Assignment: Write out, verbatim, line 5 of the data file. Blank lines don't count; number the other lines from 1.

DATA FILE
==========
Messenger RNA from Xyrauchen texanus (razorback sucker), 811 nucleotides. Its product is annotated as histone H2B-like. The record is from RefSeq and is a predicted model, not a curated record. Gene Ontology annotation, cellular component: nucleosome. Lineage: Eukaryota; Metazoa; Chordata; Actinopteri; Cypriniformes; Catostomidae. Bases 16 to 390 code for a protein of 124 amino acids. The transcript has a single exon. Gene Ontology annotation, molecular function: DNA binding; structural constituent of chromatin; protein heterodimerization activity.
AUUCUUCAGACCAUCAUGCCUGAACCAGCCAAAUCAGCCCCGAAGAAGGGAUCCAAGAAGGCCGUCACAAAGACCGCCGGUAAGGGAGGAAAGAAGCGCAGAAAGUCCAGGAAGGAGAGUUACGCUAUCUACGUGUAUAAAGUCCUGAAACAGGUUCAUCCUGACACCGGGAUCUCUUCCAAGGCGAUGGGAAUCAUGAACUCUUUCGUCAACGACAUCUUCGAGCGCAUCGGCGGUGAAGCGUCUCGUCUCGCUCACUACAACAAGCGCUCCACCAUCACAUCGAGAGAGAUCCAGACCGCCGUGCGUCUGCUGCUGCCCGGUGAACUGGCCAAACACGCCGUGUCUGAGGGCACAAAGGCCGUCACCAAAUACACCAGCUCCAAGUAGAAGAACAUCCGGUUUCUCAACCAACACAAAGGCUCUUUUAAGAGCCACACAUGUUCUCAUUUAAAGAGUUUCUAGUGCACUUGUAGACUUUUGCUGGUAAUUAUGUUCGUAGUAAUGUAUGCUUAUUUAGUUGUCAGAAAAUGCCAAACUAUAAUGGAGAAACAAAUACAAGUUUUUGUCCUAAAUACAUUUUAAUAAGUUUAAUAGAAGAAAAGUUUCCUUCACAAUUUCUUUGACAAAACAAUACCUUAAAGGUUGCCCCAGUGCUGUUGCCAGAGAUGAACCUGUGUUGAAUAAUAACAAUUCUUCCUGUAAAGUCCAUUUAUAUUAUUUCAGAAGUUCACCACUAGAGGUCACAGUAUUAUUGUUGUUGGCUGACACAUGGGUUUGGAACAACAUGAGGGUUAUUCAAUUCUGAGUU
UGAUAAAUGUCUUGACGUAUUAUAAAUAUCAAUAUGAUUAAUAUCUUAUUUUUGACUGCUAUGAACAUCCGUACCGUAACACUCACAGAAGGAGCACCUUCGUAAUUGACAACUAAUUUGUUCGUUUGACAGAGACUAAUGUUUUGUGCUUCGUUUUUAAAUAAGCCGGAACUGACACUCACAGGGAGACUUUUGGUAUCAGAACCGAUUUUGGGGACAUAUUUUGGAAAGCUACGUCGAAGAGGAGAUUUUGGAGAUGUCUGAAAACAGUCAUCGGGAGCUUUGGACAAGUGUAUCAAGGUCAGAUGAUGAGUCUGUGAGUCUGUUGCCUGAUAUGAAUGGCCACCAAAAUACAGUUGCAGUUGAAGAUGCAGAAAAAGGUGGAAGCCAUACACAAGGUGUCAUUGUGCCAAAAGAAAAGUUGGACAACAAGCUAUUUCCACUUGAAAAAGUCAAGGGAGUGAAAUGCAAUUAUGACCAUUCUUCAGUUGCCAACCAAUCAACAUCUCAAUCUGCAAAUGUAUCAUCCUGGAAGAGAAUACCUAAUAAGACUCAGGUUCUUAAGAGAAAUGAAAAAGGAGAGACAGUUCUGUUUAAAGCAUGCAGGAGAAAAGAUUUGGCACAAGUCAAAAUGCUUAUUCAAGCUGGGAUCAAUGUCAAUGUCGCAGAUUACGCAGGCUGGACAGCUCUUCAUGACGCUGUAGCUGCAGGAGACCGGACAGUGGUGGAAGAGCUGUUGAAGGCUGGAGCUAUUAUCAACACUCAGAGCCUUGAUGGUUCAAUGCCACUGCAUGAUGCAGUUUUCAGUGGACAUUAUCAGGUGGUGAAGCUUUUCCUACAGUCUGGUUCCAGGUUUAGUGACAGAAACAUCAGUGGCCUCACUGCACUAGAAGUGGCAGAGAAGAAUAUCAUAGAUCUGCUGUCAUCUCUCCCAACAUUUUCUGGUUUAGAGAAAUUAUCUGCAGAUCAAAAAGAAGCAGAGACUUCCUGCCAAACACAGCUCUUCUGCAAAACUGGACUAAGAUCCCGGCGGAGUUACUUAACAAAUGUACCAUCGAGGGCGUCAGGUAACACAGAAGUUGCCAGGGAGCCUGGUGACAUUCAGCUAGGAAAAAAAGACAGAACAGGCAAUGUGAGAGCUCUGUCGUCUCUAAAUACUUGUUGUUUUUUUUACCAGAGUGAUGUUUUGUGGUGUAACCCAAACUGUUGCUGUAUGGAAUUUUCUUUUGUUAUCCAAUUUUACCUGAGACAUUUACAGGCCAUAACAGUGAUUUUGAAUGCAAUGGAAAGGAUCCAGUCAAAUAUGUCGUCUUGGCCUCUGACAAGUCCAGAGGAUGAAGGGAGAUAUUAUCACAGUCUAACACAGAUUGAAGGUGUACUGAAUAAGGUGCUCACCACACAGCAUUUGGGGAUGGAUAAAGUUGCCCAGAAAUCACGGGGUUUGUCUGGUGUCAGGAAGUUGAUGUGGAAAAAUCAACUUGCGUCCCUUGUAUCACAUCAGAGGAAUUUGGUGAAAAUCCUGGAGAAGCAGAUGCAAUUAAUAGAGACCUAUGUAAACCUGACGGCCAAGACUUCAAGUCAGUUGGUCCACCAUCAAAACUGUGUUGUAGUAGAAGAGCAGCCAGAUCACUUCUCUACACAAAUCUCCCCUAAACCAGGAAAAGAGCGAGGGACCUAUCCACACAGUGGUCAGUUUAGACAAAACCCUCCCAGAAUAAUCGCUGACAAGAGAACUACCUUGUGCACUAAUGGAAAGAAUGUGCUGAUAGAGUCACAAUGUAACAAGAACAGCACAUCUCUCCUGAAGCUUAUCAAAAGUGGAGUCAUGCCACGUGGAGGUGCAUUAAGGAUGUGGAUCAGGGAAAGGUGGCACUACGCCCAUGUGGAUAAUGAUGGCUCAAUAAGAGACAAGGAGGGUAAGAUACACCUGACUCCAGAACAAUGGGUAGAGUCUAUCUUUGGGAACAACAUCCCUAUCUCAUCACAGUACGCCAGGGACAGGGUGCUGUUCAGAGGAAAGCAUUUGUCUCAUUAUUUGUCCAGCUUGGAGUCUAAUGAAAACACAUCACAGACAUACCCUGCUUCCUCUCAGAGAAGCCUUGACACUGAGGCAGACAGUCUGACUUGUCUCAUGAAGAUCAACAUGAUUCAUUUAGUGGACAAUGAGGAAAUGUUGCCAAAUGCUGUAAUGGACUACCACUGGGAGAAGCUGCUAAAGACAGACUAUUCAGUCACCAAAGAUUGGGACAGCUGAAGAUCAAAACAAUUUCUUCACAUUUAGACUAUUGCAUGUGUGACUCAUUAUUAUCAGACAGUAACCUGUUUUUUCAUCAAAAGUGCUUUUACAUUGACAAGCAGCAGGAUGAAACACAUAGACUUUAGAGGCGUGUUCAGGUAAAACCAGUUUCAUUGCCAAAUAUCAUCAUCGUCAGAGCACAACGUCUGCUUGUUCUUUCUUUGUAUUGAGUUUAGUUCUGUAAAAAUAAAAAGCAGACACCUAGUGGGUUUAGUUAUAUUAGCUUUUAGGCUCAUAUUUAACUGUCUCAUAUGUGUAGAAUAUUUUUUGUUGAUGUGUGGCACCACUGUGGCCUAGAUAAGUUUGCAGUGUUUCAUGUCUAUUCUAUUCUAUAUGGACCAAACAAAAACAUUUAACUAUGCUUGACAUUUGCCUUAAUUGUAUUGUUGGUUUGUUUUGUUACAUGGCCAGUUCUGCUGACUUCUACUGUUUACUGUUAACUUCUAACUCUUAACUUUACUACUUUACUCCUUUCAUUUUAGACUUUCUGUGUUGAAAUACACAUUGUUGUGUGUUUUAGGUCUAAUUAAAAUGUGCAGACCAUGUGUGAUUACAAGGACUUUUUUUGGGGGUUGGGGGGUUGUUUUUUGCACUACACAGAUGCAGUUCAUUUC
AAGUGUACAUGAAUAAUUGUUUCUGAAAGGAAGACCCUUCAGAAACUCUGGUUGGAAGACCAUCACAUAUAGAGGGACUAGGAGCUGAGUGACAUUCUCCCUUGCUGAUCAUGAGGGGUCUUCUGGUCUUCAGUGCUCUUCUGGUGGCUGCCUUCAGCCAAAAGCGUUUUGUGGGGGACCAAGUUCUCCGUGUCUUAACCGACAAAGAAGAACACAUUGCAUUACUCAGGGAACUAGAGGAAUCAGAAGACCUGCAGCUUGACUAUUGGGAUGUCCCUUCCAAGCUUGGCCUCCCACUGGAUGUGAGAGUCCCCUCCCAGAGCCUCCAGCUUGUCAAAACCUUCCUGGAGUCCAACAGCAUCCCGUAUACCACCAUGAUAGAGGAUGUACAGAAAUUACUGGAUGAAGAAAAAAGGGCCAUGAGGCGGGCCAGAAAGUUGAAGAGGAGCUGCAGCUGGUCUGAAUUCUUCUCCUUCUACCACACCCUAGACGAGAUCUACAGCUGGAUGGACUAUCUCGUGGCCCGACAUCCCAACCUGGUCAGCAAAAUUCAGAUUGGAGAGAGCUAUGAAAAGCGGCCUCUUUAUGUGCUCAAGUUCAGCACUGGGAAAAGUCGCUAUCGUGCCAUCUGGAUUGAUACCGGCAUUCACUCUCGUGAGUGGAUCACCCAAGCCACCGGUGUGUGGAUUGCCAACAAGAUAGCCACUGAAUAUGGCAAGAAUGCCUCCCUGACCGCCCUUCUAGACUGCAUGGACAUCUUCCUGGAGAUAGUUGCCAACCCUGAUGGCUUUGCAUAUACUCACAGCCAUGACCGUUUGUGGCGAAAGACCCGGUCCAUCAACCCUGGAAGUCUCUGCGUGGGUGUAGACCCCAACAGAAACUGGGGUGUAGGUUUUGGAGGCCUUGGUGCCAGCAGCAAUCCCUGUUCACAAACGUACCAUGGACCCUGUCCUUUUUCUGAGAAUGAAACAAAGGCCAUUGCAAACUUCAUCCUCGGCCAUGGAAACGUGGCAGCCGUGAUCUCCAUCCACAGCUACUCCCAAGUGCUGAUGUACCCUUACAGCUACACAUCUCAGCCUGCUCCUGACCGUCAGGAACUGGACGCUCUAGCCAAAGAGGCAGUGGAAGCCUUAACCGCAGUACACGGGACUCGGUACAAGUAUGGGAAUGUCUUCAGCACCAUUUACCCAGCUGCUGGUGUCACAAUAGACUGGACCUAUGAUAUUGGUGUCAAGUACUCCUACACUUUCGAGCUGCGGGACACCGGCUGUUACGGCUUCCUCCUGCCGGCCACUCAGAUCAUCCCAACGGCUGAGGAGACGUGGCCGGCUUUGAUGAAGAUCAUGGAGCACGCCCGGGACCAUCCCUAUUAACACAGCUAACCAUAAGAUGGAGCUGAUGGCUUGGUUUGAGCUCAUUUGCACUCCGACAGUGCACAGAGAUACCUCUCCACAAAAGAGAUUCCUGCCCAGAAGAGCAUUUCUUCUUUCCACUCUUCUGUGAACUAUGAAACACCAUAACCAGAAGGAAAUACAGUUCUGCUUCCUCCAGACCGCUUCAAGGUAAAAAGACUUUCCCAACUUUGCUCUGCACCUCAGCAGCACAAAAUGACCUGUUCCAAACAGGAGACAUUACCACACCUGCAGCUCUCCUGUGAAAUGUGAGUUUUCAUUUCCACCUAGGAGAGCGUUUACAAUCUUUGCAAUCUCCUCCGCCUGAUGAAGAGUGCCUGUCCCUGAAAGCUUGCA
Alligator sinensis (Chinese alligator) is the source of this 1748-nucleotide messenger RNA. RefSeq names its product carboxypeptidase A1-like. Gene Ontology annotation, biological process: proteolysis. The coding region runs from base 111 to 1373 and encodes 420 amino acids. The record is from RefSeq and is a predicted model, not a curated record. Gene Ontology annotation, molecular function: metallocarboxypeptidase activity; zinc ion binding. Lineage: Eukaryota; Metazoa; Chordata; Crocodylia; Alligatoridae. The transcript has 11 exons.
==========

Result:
Alligator sinensis (Chinese alligator) is the source of this 1748-nucleotide messenger RNA. RefSeq names its product carboxypeptidase A1-like. Gene Ontology annotation, biological process: proteolysis. The coding region runs from base 111 to 1373 and encodes 420 amino acids. The record is from RefSeq and is a predicted model, not a curated record. Gene Ontology annotation, molecular function: metallocarboxypeptidase activity; zinc ion binding. Lineage: Eukaryota; Metazoa; Chordata; Crocodylia; Alligatoridae. The transcript has 11 exons.